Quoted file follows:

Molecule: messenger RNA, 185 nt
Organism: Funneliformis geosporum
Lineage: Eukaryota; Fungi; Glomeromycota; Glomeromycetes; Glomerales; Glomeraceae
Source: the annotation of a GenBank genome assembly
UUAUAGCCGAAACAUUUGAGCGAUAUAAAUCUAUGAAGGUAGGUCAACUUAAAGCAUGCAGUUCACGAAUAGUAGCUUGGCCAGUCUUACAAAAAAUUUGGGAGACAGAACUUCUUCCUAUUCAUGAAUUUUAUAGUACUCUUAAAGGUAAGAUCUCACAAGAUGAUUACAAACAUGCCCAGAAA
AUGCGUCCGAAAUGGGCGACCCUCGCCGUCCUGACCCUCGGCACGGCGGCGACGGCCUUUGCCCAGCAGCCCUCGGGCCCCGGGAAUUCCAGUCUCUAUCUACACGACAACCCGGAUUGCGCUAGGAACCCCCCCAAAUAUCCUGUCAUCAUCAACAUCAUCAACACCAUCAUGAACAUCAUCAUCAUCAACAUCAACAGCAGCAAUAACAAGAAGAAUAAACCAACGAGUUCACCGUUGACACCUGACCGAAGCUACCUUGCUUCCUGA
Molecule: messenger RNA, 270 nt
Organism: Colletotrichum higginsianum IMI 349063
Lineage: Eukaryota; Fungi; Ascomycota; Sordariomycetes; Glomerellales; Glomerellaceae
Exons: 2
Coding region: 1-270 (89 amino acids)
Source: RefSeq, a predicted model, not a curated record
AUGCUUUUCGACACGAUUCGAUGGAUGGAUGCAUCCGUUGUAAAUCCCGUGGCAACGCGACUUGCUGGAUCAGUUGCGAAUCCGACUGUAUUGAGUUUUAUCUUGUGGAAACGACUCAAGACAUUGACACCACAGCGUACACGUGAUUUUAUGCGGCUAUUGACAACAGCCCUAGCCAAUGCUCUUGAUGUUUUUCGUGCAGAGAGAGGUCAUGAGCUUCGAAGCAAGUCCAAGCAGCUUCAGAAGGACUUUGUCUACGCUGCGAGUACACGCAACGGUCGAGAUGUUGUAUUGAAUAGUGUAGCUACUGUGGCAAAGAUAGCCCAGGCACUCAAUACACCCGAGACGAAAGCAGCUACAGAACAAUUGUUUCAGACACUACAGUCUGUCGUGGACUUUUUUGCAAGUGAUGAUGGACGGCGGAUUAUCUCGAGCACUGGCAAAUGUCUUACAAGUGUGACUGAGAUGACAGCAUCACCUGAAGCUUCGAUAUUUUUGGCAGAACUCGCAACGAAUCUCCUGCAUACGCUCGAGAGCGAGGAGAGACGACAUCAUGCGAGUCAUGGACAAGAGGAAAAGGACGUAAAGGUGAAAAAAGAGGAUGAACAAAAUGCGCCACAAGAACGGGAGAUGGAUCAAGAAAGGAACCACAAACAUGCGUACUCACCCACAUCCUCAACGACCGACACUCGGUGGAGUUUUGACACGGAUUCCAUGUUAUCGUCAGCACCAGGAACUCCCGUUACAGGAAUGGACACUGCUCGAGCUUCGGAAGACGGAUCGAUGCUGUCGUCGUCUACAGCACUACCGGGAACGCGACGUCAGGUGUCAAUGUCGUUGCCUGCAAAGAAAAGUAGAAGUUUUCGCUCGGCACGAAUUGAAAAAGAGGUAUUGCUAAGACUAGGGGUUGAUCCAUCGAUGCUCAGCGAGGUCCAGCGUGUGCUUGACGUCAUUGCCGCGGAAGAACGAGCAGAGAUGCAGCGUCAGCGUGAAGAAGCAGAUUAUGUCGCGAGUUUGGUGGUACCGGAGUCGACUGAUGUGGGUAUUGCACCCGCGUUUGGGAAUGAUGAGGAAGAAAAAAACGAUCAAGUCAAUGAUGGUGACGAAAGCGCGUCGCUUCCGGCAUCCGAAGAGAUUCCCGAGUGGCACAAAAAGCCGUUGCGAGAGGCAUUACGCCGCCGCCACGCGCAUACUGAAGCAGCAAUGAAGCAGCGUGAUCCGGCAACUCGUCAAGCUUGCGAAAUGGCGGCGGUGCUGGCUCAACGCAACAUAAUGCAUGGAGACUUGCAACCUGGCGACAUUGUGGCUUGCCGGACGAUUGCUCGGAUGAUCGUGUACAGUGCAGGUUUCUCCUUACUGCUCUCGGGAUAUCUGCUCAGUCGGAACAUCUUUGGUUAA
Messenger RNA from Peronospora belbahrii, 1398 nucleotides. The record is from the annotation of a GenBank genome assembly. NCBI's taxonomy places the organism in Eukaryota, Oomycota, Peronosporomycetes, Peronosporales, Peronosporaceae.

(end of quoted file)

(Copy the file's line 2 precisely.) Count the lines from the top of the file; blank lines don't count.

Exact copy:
Organism: Funneliformis geosporum